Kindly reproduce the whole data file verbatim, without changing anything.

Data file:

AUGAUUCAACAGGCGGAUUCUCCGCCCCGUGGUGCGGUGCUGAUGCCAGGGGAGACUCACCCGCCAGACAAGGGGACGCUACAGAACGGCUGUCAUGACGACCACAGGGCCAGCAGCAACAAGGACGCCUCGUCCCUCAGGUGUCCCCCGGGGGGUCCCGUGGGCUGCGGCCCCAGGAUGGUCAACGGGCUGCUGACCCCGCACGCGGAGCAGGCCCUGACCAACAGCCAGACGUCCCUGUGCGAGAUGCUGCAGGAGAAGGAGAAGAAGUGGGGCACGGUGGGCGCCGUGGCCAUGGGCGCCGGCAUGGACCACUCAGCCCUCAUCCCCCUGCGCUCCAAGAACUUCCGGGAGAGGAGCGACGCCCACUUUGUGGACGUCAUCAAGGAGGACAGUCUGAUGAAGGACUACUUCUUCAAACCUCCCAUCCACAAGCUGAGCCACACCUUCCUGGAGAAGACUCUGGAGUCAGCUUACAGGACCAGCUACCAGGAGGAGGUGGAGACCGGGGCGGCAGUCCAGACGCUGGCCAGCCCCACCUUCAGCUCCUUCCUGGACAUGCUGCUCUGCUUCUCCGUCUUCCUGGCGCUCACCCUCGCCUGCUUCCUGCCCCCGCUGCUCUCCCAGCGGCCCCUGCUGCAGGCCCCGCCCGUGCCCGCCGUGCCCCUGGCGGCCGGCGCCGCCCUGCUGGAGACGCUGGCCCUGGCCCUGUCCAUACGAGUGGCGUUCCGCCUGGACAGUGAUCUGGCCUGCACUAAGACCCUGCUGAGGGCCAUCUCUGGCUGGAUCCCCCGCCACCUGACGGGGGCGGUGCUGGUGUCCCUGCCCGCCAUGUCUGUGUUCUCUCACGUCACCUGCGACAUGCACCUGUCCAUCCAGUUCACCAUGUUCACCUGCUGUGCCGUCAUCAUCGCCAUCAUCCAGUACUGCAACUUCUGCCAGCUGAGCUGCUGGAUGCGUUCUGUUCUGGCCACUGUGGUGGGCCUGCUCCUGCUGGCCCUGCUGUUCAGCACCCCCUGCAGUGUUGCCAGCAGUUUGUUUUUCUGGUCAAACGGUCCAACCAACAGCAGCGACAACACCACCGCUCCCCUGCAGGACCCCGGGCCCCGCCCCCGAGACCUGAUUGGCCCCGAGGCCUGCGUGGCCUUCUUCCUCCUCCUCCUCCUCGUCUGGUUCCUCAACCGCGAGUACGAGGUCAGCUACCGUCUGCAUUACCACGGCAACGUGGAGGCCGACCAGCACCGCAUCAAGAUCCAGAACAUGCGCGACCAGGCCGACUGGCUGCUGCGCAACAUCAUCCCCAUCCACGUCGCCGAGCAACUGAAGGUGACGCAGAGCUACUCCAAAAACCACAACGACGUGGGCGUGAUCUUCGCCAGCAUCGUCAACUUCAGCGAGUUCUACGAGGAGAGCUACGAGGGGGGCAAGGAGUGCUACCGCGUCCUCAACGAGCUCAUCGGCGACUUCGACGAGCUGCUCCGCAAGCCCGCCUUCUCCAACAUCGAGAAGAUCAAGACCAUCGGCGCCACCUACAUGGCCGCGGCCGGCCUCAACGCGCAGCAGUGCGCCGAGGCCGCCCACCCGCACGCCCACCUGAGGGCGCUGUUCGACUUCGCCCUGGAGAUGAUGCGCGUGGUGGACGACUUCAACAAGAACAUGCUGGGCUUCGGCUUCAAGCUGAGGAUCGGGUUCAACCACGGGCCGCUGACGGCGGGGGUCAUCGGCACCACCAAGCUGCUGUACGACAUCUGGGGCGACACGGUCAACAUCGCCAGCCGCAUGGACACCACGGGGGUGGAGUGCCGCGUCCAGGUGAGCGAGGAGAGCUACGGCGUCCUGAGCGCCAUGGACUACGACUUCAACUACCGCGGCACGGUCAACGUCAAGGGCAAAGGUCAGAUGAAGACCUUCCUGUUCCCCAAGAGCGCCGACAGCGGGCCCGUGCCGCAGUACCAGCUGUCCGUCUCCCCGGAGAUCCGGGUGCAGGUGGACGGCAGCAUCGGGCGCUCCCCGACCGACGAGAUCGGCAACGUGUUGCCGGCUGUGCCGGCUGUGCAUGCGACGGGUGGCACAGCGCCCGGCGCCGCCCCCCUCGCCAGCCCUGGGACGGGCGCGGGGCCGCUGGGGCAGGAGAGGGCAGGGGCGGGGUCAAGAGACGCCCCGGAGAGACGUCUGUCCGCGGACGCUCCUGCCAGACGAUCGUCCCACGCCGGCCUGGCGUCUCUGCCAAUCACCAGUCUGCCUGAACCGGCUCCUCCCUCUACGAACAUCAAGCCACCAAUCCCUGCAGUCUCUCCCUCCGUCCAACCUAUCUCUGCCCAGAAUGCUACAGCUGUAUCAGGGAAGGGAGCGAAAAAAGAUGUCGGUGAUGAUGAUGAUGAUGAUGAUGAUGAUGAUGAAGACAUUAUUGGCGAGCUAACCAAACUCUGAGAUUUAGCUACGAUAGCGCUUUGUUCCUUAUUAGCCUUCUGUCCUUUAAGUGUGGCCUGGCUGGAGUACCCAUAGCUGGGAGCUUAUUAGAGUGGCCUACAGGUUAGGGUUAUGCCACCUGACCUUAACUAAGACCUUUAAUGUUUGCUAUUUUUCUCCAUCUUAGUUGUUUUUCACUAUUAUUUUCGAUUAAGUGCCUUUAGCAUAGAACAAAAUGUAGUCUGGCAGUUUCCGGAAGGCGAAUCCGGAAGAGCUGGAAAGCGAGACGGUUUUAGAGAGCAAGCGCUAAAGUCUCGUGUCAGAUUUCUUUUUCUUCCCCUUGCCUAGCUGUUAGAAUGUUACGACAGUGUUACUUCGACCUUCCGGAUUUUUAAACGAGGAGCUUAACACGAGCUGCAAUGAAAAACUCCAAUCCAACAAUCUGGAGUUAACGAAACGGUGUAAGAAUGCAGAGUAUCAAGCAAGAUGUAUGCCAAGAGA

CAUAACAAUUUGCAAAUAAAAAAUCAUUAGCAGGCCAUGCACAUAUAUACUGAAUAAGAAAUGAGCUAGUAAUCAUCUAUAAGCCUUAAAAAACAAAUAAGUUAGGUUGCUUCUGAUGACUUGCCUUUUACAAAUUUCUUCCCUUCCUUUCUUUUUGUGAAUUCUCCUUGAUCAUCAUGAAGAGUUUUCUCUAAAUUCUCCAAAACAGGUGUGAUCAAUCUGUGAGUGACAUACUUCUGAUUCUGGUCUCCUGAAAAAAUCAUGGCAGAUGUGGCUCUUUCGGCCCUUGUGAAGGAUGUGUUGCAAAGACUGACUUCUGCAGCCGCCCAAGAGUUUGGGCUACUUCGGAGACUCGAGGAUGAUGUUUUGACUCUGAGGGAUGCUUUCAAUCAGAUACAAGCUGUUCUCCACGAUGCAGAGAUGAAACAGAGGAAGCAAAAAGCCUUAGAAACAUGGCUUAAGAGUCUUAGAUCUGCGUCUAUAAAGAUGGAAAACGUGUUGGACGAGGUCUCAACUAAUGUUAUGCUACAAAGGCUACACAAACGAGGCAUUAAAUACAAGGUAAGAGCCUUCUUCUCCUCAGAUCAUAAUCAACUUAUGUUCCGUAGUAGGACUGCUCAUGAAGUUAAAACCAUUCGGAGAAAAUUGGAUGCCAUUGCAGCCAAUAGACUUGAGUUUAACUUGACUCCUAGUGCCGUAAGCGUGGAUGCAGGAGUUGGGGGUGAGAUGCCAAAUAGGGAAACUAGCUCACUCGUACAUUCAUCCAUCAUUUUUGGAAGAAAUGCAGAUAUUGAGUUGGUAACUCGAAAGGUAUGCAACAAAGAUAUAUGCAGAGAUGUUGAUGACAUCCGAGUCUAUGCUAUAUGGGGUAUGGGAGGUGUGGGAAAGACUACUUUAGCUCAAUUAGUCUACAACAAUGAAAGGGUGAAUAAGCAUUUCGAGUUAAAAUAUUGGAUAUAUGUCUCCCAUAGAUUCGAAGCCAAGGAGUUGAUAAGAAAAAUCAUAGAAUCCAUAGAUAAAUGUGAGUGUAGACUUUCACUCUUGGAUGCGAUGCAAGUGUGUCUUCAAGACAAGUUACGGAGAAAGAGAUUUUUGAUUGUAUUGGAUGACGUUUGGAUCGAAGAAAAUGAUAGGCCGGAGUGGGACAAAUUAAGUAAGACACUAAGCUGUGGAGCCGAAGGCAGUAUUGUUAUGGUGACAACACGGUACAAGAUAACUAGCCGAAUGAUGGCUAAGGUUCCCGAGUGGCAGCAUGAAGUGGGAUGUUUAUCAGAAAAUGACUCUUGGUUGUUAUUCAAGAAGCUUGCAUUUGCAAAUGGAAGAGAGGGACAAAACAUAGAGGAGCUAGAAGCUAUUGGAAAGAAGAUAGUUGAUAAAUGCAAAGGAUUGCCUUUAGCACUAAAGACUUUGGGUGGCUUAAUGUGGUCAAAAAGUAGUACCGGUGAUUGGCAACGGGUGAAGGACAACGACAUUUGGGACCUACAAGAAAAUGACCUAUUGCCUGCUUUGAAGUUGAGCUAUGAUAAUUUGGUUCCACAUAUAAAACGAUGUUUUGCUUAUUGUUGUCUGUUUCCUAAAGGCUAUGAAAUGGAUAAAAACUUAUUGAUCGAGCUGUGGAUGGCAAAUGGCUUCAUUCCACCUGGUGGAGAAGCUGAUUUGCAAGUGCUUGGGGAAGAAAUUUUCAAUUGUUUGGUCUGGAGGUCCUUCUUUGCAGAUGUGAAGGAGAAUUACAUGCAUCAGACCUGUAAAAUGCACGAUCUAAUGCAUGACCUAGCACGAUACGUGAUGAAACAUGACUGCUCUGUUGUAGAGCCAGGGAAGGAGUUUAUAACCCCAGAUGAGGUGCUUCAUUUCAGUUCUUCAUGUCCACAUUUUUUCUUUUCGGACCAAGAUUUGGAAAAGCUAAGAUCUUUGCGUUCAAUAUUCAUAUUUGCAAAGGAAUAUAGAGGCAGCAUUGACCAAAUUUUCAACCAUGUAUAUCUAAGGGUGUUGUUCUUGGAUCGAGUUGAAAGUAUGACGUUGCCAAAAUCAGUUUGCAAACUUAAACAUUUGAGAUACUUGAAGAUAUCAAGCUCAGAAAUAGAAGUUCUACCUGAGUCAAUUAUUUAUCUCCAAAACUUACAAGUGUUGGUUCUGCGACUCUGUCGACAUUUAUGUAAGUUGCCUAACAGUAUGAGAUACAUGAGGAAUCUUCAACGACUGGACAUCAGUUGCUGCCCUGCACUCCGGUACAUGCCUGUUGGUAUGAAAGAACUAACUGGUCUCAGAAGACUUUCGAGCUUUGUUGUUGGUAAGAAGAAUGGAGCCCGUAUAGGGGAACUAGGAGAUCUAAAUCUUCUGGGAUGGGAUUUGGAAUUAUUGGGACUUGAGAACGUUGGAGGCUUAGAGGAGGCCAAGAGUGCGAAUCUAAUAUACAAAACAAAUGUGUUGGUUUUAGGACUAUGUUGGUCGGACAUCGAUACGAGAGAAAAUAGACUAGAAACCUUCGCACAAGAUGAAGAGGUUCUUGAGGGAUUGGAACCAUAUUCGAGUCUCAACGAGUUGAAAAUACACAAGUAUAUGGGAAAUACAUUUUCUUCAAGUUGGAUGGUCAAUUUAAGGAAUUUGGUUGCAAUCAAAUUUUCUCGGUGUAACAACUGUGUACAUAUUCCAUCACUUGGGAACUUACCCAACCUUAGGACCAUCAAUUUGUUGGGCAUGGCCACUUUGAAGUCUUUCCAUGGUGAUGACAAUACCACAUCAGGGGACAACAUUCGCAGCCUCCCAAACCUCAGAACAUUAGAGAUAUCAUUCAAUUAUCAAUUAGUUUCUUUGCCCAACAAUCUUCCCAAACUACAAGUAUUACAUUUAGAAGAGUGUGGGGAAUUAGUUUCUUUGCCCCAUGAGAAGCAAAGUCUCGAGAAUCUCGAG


AUGAUUCAACAGGCGGAUUCUCCGCCCCGUGGUGCGGUGCUGAUGCCAGGGGAGACUCACCCGCCAGACAAGGGGACGCUACAGAACGGCUGUCAUGACGACCACAGGGCCAGCAGCAACAAGGACGCCUCGUCCCUCAGGUGUCCCCCGGGGGGUCCCGUGGGCUGCGGCCCCAGGAUGGUCAACGGGCUGCUGACCCCGCACGCGGAGCAGGCCCUGACCAACAGCCAGACGUCCCUGUGCGAGAUGCUGCAGGAGAAGGAGAAGAAGUGGGGCACGGUGGGCGCCGUGGCCAUGGGCGCCGGCAUGGACCACUCAGCCCUCAUCCCCCUGCGCUCCAAGAACUUCCGGGAGAGGAGCGACGCCCACUUUGUGGACGUCAUCAAGGAGGACAGUCUGAUGAAGGACUACUUCUUCAAACCUCCCAUCCACAAGCUGAGCCACACCUUCCUGGAGAAGACUCUGGAGUCAGCUUACAGGACCAGCUACCAGGAGGAGGUGGAGACCGGGGCGGCAGUCCAGACGCUGGCCAGCCCCACCUUCAGCUCCUUCCUGGACAUGCUGCUCUGCUUCUCCGUCUUCCUGGCGCUCACCCUCGCCUGCUUCCUGCCCCCGCUGCUCUCCCAGCGGCCCCUGCUGCAGGCCCCGCCCGUGCCCGCCGUGCCCCUGGCGGCCGGCGCCGCCCUGCUGGAGACGCUGGCCCUGGCCCUGUCCAUACGAGUGGCGUUCCGCCUGGACAGUGAUCUGGCCUGCACUAAGACCCUGCUGAGGGCCAUCUCUGGCUGGAUCCCCCGCCACCUGACGGGGGCGGUGCUGGUGUCCCUGCCCGCCAUGUCUGUGUUCUCUCACGUCACCUGCGACAUGCACCUGUCCAUCCAGUUCACCAUGUUCACCUGCUGUGCCGUCAUCAUCGCCAUCAUCCAGUACUGCAACUUCUGCCAGCUGAGCUGCUGGAUGCGUUCUGUUCUGGCCACUGUGGUGGGCCUGCUCCUGCUGGCCCUGCUGUUCAGCACCCCCUGCAGUGUUGCCAGCAGUUUGUUUUUCUGGUCAAACGGUCCAACCAACAGCAGCGACAACACCACCGCUCCCCUGCAGGACCCCGGGCCCCGCCCCCGAGACCUGAUUGGCCCCGAGGCCUGCGUGGCCUUCUUCCUCCUCCUCCUCCUCGUCUGGUUCCUCAACCGCGAGUACGAGGUCAGCUACCGUCUGCAUUACCACGGCAACGUGGAGGCCGACCAGCACCGCAUCAAGAUCCAGAACAUGCGCGACCAGGCCGACUGGCUGCUGCGCAACAUCAUCCCCAUCCACGUCGCCGAGCAACUGAAGGUGACGCAGAGCUACUCCAAAAACCACAACGACGUGGGCGUGAUCUUCGCCAGCAUCGUCAACUUCAGCGAGUUCUACGAGGAGAGCUACGAGGGGGGCAAGGAGUGCUACCGCGUCCUCAACGAGCUCAUCGGCGACUUCGACGAGCUGCUCCGCAAGCCCGCCUUCUCCAACAUCGAGAAGAUCAAGACCAUCGGCGCCACCUACAUGGCCGCGGCCGGCCUCAACGCGCAGCAGUGCGCCGAGGCCGCCCACCCGCACGCCCACCUGAGGGCGCUGUUCGACUUCGCCCUGGAGAUGAUGCGCGUGGUGGACGACUUCAACAAGAACAUGCUGGGCUUCGGCUUCAAGCUGAGGAUCGGGUUCAACCACGGGCCGCUGACGGCGGGGGUCAUCGGCACCACCAAGCUGCUGUACGACAUCUGGGGCGACACGGUCAACAUCGCCAGCCGCAUGGACACCACGGGGGUGGAGUGCCGCGUCCAGGUGAGCGAGGAGAGCUACGGCGUCCUGAGCGCCAUGGACUACGACUUCAACUACCGCGGCACGGUCAACGUCAAGGGCAAAGGUCAGAUGAAGACCUUCCUGUUCCCCAAGAGCGCCGACAGCGGGCCCGUGCCGCAGUACCAGCUGUCCGUCUCCCCGGAGAUCCGGGUGCAGGUGGACGGCAGCAUCGGGCGCUCCCCGACCGACGAGAUCGGCAACGUGUUGCCGGCUGUGCCGGCUGUGCAUGCGACGGGUGGCACAGCGCCCGGCGCCGCCCCCCUCGCCAGCCCUGGGACGGGCGCGGGGCCGCUGGGGCAGGAGAGGGCAGGGGCGGGGUCAAGAGACGCCCCGGAGAGACGUCUGUCCGCGGACGCUCCUGCCAGACGAUCGUCCCACGCCGGCCUGGCGUCUCUGCCAAUCACCAGUCUGCCUGAACCGGCUCCUCCCUCUACGAACAUCAAGCCACCAAUCCCUGCAGUCUCUCCCUCCGUCCAACCUAUCUCUGCCCAGAAUGCUACAGCUGUAUCAGGGAAGGGAGCGAAAAAAGAUGUCGGUGAUGAUGAUGAUGAUGAUGAUGAUGAUGAUGAAGACAUUAUUGGCGAGCUAACCAAACUCUGAGAUUUAGCUACGAUAGCGCUUUGUUCCUUAUUAGCCUUCUGUCCUUUAAGUGUGGCCUGGCUGGAGUACCCAUAGCUGGGAGCUUAUUAGAGUGGCCUACAGGUUAGGGUUAUGCCACCUGACCUUAACUAAGACCUUUAAUGUUUGCUAUUUUUCUCCAUCUUAGUUGUUUUUCACUAUUAUUUUCGAUUAAGUGCCUUUAGCAUAGAACAAAAUGUAGUCUGGCAGUUUCCGGAAGGCGAAUCCGGAAGAGCUGGAAAGCGAGACGGUUUUAGAGAGCAAGCGCUAAAGUCUCGUGUCAGAUUUCUUUUUCUUCCCCUUGCCUAGCUGUUAGAAUGUUACGACAGUGUUACUUCGACCUUCCGGAUUUUUAAACGAGGAGCUUAACACGAGCUGCAAUGAAAAACUCCAAUCCAACAAUCUGGAGUUAACGAAACGGUGUAAGAAUGCAGAGUAUCAAGCAAGAUGUAUGCCAAGAGA

CAUAACAAUUUGCAAAUAAAAAAUCAUUAGCAGGCCAUGCACAUAUAUACUGAAUAAGAAAUGAGCUAGUAAUCAUCUAUAAGCCUUAAAAAACAAAUAAGUUAGGUUGCUUCUGAUGACUUGCCUUUUACAAAUUUCUUCCCUUCCUUUCUUUUUGUGAAUUCUCCUUGAUCAUCAUGAAGAGUUUUCUCUAAAUUCUCCAAAACAGGUGUGAUCAAUCUGUGAGUGACAUACUUCUGAUUCUGGUCUCCUGAAAAAAUCAUGGCAGAUGUGGCUCUUUCGGCCCUUGUGAAGGAUGUGUUGCAAAGACUGACUUCUGCAGCCGCCCAAGAGUUUGGGCUACUUCGGAGACUCGAGGAUGAUGUUUUGACUCUGAGGGAUGCUUUCAAUCAGAUACAAGCUGUUCUCCACGAUGCAGAGAUGAAACAGAGGAAGCAAAAAGCCUUAGAAACAUGGCUUAAGAGUCUUAGAUCUGCGUCUAUAAAGAUGGAAAACGUGUUGGACGAGGUCUCAACUAAUGUUAUGCUACAAAGGCUACACAAACGAGGCAUUAAAUACAAGGUAAGAGCCUUCUUCUCCUCAGAUCAUAAUCAACUUAUGUUCCGUAGUAGGACUGCUCAUGAAGUUAAAACCAUUCGGAGAAAAUUGGAUGCCAUUGCAGCCAAUAGACUUGAGUUUAACUUGACUCCUAGUGCCGUAAGCGUGGAUGCAGGAGUUGGGGGUGAGAUGCCAAAUAGGGAAACUAGCUCACUCGUACAUUCAUCCAUCAUUUUUGGAAGAAAUGCAGAUAUUGAGUUGGUAACUCGAAAGGUAUGCAACAAAGAUAUAUGCAGAGAUGUUGAUGACAUCCGAGUCUAUGCUAUAUGGGGUAUGGGAGGUGUGGGAAAGACUACUUUAGCUCAAUUAGUCUACAACAAUGAAAGGGUGAAUAAGCAUUUCGAGUUAAAAUAUUGGAUAUAUGUCUCCCAUAGAUUCGAAGCCAAGGAGUUGAUAAGAAAAAUCAUAGAAUCCAUAGAUAAAUGUGAGUGUAGACUUUCACUCUUGGAUGCGAUGCAAGUGUGUCUUCAAGACAAGUUACGGAGAAAGAGAUUUUUGAUUGUAUUGGAUGACGUUUGGAUCGAAGAAAAUGAUAGGCCGGAGUGGGACAAAUUAAGUAAGACACUAAGCUGUGGAGCCGAAGGCAGUAUUGUUAUGGUGACAACACGGUACAAGAUAACUAGCCGAAUGAUGGCUAAGGUUCCCGAGUGGCAGCAUGAAGUGGGAUGUUUAUCAGAAAAUGACUCUUGGUUGUUAUUCAAGAAGCUUGCAUUUGCAAAUGGAAGAGAGGGACAAAACAUAGAGGAGCUAGAAGCUAUUGGAAAGAAGAUAGUUGAUAAAUGCAAAGGAUUGCCUUUAGCACUAAAGACUUUGGGUGGCUUAAUGUGGUCAAAAAGUAGUACCGGUGAUUGGCAACGGGUGAAGGACAACGACAUUUGGGACCUACAAGAAAAUGACCUAUUGCCUGCUUUGAAGUUGAGCUAUGAUAAUUUGGUUCCACAUAUAAAACGAUGUUUUGCUUAUUGUUGUCUGUUUCCUAAAGGCUAUGAAAUGGAUAAAAACUUAUUGAUCGAGCUGUGGAUGGCAAAUGGCUUCAUUCCACCUGGUGGAGAAGCUGAUUUGCAAGUGCUUGGGGAAGAAAUUUUCAAUUGUUUGGUCUGGAGGUCCUUCUUUGCAGAUGUGAAGGAGAAUUACAUGCAUCAGACCUGUAAAAUGCACGAUCUAAUGCAUGACCUAGCACGAUACGUGAUGAAACAUGACUGCUCUGUUGUAGAGCCAGGGAAGGAGUUUAUAACCCCAGAUGAGGUGCUUCAUUUCAGUUCUUCAUGUCCACAUUUUUUCUUUUCGGACCAAGAUUUGGAAAAGCUAAGAUCUUUGCGUUCAAUAUUCAUAUUUGCAAAGGAAUAUAGAGGCAGCAUUGACCAAAUUUUCAACCAUGUAUAUCUAAGGGUGUUGUUCUUGGAUCGAGUUGAAAGUAUGACGUUGCCAAAAUCAGUUUGCAAACUUAAACAUUUGAGAUACUUGAAGAUAUCAAGCUCAGAAAUAGAAGUUCUACCUGAGUCAAUUAUUUAUCUCCAAAACUUACAAGUGUUGGUUCUGCGACUCUGUCGACAUUUAUGUAAGUUGCCUAACAGUAUGAGAUACAUGAGGAAUCUUCAACGACUGGACAUCAGUUGCUGCCCUGCACUCCGGUACAUGCCUGUUGGUAUGAAAGAACUAACUGGUCUCAGAAGACUUUCGAGCUUUGUUGUUGGUAAGAAGAAUGGAGCCCGUAUAGGGGAACUAGGAGAUCUAAAUCUUCUGGGAUGGGAUUUGGAAUUAUUGGGACUUGAGAACGUUGGAGGCUUAGAGGAGGCCAAGAGUGCGAAUCUAAUAUACAAAACAAAUGUGUUGGUUUUAGGACUAUGUUGGUCGGACAUCGAUACGAGAGAAAAUAGACUAGAAACCUUCGCACAAGAUGAAGAGGUUCUUGAGGGAUUGGAACCAUAUUCGAGUCUCAACGAGUUGAAAAUACACAAGUAUAUGGGAAAUACAUUUUCUUCAAGUUGGAUGGUCAAUUUAAGGAAUUUGGUUGCAAUCAAAUUUUCUCGGUGUAACAACUGUGUACAUAUUCCAUCACUUGGGAACUUACCCAACCUUAGGACCAUCAAUUUGUUGGGCAUGGCCACUUUGAAGUCUUUCCAUGGUGAUGACAAUACCACAUCAGGGGACAACAUUCGCAGCCUCCCAAACCUCAGAACAUUAGAGAUAUCAUUCAAUUAUCAAUUAGUUUCUUUGCCCAACAAUCUUCCCAAACUACAAGUAUUACAUUUAGAAGAGUGUGGGGAAUUAGUUUCUUUGCCCCAUGAGAAGCAAAGUCUCGAGAAUCUCGAG